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268 Apartments for rent in Boise, ID

Read Guide >
Last updated October 18 at 5:40am UTC
333 S Straughan Ave
East End
Boise, ID
Updated October 18 at 5:40am UTC
2 Bedrooms
2399 S Orchard St
Boise, ID
Updated October 18 at 5:37am UTC
6067 S Snowshoe Ave
Southwest Ada County Alliance
Boise, ID
Updated October 17 at 10:16pm UTC
5 Bedrooms
6035 W Port Pl
Boise, ID
Updated October 17 at 10:15pm UTC
2 Bedrooms
1112 W MAIN ST #308
Downtown Boise City
Boise, ID
Updated October 17 at 8:09pm UTC
2 Bedrooms
7166 S. Cloverdale
Southwest Ada County Alliance
Boise, ID
Updated October 17 at 8:09pm UTC
3 Bedrooms
11299 W. Cartridge Street
West Valley
Boise, ID
Updated October 17 at 8:08pm UTC
3 Bedrooms
12011 W. Honey Dew Dr.
Southwest Ada County Alliance
Boise, ID
Updated October 17 at 8:07pm UTC
4 Bedrooms
2324 E. Gossamer Lane
Southeast Boise
Boise, ID
Updated October 17 at 8:07pm UTC
5 Bedrooms
391 41st Street
Boise, ID
Updated October 17 at 8:02pm UTC
3 Bedrooms
5673 S Moon Land Ave
Southwest Ada County Alliance
Boise, ID
Updated October 17 at 8:02pm UTC
3 Bedrooms
9961 W Mossywood Dr
Southwest Ada County Alliance
Boise, ID
Updated October 17 at 8:01pm UTC
4 Bedrooms
2017 E. Mortimer Dr.
East End
Boise, ID
Updated October 17 at 8:01pm UTC
3 Bedrooms
5933 S. Sea breeze Way
Southwest Ada County Alliance
Boise, ID
Updated October 17 at 7:59pm UTC
4 Bedrooms
11975 W Honey Dew Dr
Southwest Ada County Alliance
Boise, ID
Updated October 17 at 7:38am UTC
4 Bedrooms
406 E Curling Drive
Boise, ID
Updated October 17 at 7:34am UTC
4 Bedrooms
10820 Florence Dr
Boise, ID
Updated October 16 at 5:40pm UTC
2 Bedrooms
City Guide
Neighborhoods: Finding a Room with a View

The Bench: Just south of Downtown is the area known as “the Bench.” Named after the sudden increase in elevation, resembling a step, or more accurately, a bench (It’s not called “the step,” now is it?), The Bench (or Benches) was created long ago as a shoreline to the Boise River. These days, The Bench is home to many residential neighborhoods, mainly consisting of older, single-family houses built between the ‘60s- ‘80s, with a few newer homes and apartment complexes mixed in. Depending on where you’re looking, rent prices can vary greatly. West Bench tends to be more expensive, while Central Bench is more wallet-friendly and offers many apartment and home rental choices.

West Boise: The West end of Boise happens to be the flattest section, but this doesn’t refer to the lifestyle or nightlife in the area. With an abundance of strip malls, restaurants and bars, West Boise offers many places to call home. New housing subdivisions and apartment and condo complexes are available in West Boise in neighborhoods like West Valley. It is also the perfect area for those with a bit of a shopping bug, as it’s home to Boise Towne Square Mall, the largest mall in the state.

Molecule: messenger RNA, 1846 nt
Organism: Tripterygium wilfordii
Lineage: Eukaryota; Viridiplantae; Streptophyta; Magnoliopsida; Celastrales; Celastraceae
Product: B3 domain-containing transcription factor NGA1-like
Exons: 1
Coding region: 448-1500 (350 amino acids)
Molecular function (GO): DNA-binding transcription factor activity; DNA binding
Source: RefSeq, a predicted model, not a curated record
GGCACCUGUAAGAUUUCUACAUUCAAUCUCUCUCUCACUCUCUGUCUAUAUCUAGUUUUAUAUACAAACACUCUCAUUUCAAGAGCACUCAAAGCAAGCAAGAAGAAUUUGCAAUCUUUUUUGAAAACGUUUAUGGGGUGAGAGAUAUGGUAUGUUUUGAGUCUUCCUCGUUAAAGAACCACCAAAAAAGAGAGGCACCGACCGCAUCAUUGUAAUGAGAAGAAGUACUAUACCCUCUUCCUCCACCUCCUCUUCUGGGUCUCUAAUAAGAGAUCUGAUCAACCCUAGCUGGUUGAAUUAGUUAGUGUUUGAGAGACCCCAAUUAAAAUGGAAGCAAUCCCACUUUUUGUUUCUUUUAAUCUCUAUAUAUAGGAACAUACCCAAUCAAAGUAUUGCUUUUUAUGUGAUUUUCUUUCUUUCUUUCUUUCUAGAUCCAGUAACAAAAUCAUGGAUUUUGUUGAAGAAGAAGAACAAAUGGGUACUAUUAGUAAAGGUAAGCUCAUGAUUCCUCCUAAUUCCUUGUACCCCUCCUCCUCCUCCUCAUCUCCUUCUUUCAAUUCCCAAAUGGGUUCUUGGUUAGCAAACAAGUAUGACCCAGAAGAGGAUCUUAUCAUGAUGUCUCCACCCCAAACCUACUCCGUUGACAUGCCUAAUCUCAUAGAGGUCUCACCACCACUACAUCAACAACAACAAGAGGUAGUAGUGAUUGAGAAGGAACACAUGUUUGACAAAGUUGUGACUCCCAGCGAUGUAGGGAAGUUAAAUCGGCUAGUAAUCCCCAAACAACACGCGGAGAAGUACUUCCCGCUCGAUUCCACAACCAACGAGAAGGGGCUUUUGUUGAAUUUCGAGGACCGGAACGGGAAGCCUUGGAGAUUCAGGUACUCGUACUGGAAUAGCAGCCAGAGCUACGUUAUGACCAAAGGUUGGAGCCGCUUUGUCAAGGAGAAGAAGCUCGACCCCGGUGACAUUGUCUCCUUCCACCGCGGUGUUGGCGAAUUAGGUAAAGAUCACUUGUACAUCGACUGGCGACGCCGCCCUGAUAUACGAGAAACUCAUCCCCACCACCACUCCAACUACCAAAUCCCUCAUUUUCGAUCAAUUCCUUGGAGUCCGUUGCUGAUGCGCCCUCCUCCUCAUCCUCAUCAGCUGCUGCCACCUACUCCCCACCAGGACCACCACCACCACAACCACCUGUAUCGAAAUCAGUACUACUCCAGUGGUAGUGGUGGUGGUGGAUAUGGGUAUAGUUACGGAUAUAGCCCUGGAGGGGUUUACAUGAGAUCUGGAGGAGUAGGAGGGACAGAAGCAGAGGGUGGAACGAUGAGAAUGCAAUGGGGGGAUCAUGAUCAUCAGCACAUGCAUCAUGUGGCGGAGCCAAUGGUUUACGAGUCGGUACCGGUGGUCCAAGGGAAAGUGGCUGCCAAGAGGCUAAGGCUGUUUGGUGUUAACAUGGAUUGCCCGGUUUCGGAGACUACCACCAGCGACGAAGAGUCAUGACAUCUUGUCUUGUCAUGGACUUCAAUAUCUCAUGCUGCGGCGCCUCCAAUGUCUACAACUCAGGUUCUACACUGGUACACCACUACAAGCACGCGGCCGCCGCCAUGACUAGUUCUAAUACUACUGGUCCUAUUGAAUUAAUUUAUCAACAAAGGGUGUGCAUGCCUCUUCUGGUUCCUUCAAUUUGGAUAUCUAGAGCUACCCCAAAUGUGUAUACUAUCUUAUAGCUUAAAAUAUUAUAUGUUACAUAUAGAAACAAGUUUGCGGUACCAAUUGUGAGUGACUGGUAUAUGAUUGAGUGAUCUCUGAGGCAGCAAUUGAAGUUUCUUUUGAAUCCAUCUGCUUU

Southeast: Southeast Boise offers a little something for everyone. Surprise Valley* is located on the Boise River, with a mix of housing. Another reason this area is desirable is because it is central (about 15 minutes away) from all areas in Boise, making it easy to head to the river, the mountains, the greenbelt and downtown.

Downtown: In most cities, living downtown is considered chic. It is no different in Boise. The cultural center and the heartbeat of all things hip in Boise, downtown is home to the business district and high-rise apartments. Areas such as 8th Street are home to sidewalk cafes and restaurants, as well as bars and boutiques. Living here, you’ll have an all-access pass to farmer’s markets, jazz festivals and nightlife.

North End: If you looking for old, historic and classic, this end of Boise is for you. The homes here were built in the 1920s and ‘30s and sit on tree-lined streets (like the much-coveted Harrison Boulevard). While there are an abundance of single-family homes and homes with large yards in the area, there are also apartment complexes to choose from. Close enough to the downtown area to capture a view (Downtown Boise is visible from Camel's Back Park), the North End is a bit more costly than other Boise areas. This area plays host to special events and street fairs throughout the year. In 2008, the American Planning Association proclaimed Boise's North End to be one of “10 Great Neighborhoods”.

Four Seasons

Winter, spring, summer and fall (no, we aren’t singing James Taylor), this city features them all. Hot, dry summers are followed by cool fall temperatures. However, fall is the shortest season here, as winter slips in fast and the city becomes snow-covered. Because the summer and winter temperatures can be extreme in the Treasure Valley, be sure that the apartment or home you rent has central heating and A/C rather than window units or baseboard heaters. It may cause your electric bill to be a bit higher but it’ll be worth every penny in the dead of winter or the middle of a 100 degree summer.